Neatness is the big one. If a cellar is designed on the plans rather than after the construction, then the bulk heads and false ceilings enable the blower to be hidden so that the refrigeration unit is concealed. There are also trades on site; plumbers, electricians and other sub-contractors are there anyway. They can always come in later, but it adds to the cost.
When we get in early on a project, we can allow for insulated panel walls and install all of the wiring and plumbing inside the walls so that it is concealed. The alternative is to create an industrial look with tubing on the outside. It’s do-able, but it’s not desirable.”

Entry into the cellar

The entry door to this cellar is a large full height solid timber door which stretches right to the ceiling; 2.4 metres high. It appears as a feature in the room.
“Quite a few people choose double glazed glass doors for their wine cellars to make it a feature but this look creates a seamless feel to the room. It looks like it goes into another room of the house,” Grbich says.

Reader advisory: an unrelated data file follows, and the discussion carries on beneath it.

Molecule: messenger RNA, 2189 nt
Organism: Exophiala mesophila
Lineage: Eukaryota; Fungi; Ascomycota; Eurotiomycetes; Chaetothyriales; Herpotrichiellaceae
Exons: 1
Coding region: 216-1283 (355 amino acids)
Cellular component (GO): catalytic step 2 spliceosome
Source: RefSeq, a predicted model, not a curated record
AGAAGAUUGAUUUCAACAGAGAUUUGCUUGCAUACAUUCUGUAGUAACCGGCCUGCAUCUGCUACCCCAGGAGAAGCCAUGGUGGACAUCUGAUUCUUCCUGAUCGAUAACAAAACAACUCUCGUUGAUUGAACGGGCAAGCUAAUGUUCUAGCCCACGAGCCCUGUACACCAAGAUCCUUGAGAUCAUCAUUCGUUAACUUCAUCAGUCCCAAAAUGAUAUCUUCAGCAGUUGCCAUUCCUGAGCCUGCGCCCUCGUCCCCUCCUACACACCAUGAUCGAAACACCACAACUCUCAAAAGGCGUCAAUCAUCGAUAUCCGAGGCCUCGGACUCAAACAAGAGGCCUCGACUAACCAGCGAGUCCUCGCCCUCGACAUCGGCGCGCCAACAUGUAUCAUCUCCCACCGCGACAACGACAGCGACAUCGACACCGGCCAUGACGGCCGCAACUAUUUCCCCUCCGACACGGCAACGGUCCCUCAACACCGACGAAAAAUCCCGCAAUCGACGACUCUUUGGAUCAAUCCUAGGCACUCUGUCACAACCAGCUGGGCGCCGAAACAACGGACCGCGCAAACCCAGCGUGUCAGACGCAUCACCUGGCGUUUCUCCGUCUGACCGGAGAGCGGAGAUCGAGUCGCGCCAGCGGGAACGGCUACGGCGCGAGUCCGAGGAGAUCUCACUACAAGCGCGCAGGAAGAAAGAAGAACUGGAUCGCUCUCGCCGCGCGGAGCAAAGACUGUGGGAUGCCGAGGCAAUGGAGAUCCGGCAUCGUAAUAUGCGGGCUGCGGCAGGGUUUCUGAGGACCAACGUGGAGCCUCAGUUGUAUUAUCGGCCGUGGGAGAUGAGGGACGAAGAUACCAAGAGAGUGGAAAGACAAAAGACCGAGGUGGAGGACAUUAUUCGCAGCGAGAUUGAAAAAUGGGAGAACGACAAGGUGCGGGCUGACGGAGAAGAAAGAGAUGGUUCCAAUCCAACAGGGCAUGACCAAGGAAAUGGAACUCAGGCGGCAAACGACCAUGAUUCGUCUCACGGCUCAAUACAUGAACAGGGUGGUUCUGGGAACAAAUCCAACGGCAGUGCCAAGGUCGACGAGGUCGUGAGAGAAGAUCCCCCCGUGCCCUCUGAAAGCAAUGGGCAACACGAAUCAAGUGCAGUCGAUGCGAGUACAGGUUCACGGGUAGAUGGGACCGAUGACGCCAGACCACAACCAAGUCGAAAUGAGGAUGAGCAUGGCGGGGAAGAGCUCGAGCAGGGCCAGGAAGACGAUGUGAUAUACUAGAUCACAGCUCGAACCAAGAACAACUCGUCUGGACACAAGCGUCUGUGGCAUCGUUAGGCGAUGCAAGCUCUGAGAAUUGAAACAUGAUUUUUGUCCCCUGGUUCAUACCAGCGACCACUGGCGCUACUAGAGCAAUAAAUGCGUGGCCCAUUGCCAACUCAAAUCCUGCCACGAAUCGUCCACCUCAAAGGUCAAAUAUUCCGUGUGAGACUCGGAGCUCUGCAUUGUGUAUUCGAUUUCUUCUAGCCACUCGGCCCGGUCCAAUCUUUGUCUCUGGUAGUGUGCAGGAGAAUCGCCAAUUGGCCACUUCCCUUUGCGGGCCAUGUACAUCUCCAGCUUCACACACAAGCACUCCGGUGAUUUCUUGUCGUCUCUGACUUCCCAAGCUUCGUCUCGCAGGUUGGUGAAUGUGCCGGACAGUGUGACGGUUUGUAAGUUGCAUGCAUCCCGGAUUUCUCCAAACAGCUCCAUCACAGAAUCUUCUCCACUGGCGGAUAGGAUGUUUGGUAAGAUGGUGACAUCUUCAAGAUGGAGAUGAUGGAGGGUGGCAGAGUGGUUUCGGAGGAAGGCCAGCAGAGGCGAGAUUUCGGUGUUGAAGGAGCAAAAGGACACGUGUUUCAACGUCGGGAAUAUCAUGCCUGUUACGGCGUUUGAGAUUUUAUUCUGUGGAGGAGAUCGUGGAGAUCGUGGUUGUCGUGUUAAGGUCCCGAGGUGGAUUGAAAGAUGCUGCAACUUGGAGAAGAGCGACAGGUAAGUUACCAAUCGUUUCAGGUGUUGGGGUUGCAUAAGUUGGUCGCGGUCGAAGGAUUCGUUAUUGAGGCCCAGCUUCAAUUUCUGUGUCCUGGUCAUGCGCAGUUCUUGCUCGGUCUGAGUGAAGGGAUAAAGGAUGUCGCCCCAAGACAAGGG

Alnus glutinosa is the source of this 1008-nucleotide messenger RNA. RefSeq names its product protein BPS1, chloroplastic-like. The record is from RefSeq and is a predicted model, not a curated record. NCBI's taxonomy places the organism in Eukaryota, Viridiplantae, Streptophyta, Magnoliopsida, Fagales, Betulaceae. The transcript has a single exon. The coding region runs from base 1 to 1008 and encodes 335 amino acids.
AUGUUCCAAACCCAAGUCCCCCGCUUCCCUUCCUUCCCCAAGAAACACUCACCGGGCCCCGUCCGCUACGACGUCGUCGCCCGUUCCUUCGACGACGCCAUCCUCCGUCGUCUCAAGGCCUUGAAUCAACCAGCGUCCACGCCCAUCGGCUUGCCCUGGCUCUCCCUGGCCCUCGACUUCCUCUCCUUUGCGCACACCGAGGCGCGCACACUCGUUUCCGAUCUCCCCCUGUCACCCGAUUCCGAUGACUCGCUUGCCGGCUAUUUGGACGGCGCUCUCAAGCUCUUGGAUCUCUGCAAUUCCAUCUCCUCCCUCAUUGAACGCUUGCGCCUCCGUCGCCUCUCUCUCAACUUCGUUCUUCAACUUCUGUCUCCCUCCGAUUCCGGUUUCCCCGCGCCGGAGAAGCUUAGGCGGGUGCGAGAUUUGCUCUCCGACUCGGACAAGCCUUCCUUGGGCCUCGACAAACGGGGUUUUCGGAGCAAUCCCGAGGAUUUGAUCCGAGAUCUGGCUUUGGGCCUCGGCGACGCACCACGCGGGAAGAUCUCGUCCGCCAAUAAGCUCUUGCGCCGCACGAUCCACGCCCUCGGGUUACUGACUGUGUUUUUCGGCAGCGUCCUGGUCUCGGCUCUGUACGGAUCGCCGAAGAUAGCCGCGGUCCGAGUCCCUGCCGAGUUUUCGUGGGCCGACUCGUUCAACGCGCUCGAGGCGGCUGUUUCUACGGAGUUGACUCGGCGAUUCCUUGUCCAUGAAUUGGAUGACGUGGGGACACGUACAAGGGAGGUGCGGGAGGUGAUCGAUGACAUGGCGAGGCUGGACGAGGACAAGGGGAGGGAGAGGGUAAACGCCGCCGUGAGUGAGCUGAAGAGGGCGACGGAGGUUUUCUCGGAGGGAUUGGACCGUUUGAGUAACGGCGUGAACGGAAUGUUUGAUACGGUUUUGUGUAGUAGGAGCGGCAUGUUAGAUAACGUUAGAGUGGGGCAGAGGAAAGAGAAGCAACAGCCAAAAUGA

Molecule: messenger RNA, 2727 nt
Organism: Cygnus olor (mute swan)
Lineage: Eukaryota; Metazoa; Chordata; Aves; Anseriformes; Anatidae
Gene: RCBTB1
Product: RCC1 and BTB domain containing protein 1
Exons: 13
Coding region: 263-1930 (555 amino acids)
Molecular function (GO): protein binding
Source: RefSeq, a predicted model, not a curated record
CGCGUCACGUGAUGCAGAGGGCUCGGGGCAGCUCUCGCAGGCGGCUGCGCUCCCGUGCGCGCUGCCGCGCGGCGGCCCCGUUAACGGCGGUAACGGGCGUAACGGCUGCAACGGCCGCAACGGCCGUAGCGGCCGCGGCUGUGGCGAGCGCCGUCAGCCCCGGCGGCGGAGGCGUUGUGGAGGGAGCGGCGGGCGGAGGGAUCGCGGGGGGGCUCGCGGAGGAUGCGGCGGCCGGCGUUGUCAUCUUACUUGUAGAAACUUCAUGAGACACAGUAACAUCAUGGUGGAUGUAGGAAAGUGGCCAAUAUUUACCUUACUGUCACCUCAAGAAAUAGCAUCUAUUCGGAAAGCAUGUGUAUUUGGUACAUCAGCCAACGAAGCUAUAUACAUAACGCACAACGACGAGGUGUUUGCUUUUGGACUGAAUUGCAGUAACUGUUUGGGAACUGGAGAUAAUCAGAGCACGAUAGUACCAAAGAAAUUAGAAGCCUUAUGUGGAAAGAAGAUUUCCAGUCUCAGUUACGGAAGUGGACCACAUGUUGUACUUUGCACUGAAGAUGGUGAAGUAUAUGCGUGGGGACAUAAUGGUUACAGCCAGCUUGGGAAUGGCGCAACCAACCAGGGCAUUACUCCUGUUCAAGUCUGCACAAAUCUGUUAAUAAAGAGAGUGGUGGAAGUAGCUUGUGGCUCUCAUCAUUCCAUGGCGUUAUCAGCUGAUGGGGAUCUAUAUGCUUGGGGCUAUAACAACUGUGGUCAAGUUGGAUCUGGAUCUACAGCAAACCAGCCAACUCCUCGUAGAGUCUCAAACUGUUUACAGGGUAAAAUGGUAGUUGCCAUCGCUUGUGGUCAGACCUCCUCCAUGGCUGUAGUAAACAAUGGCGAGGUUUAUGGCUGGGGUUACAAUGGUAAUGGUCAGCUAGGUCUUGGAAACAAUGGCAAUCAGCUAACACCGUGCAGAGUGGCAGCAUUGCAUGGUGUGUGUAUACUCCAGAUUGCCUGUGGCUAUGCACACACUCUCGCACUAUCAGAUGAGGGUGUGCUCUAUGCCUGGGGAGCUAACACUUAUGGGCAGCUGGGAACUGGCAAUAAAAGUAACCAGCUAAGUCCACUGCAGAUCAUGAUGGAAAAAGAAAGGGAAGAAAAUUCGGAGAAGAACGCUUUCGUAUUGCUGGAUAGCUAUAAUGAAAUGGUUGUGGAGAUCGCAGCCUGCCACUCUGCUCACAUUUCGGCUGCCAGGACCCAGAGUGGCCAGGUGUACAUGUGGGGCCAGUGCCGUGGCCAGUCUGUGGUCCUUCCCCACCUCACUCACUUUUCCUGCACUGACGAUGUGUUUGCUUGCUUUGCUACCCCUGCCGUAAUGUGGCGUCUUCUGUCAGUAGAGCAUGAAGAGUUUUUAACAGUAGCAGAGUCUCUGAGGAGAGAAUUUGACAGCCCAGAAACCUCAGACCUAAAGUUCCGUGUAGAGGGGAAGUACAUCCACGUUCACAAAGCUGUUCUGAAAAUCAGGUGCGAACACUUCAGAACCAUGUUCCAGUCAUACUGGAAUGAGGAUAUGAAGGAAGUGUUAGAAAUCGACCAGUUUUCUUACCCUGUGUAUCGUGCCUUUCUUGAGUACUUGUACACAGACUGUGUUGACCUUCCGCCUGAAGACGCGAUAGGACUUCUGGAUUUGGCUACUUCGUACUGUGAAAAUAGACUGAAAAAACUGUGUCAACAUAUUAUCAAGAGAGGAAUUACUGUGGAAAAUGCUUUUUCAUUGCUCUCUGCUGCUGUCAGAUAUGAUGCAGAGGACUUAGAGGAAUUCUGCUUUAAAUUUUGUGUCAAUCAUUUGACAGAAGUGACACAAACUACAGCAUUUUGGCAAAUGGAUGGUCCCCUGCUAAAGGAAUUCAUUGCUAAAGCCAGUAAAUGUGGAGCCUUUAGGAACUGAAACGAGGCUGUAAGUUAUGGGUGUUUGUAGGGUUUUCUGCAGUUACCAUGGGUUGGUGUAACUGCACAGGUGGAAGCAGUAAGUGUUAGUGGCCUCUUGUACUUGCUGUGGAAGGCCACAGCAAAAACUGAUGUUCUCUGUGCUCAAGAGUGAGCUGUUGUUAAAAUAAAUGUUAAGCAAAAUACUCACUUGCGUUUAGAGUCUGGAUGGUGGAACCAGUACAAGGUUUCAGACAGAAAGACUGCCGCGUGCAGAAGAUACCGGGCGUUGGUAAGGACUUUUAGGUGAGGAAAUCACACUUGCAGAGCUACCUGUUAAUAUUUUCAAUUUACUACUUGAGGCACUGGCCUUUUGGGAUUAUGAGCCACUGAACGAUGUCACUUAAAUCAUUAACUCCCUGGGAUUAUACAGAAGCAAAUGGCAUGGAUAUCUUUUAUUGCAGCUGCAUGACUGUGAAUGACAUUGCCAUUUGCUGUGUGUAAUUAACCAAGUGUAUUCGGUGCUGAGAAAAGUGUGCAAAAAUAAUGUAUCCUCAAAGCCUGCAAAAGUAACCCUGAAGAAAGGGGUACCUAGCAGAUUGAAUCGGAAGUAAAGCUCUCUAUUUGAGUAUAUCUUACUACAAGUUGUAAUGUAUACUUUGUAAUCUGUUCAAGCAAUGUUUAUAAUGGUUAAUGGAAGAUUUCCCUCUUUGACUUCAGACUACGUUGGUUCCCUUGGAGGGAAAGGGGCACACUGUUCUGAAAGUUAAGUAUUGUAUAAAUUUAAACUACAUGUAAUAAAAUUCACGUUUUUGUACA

A wooden door is not showy and it also eliminates light, which is the enemy of wine.

Who wants a wine cellar?

“Wine rooms are for people who really care about their collections of wine and often I put them into very tight spaces, like the back of the garage. The smallest we have done is extremely narrow but long enough to house a fair bit of wine,” says Grbich, who estimates that the starting point for a modest sized cellar with correct temperature and humidity control is $13,000 to $20,000.
“That’s a starting point and I find that most of the people I am designing cellars for have a fair bit of wine, which they don’t want to keep in storage somewhere.

What does the cost cover?

That starting point of $13,000 to $20,000 will cover some shelving, an insulated room, all of the electrical work, the plumbing and the refrigeration.

How to start cellaring for less cost

Even if you want to just start a small cellar, it pays off to have a temperature controlled, dark environment in which to keep them. Enter the 40-bottle stand-alone Vintec wine fridge. It has a temperature display, humidity controls, smoked glass door and slatted wooden interior shelving. And it is portable or able to be installed into an existing kitchen; either in a concealed manner or as a feature.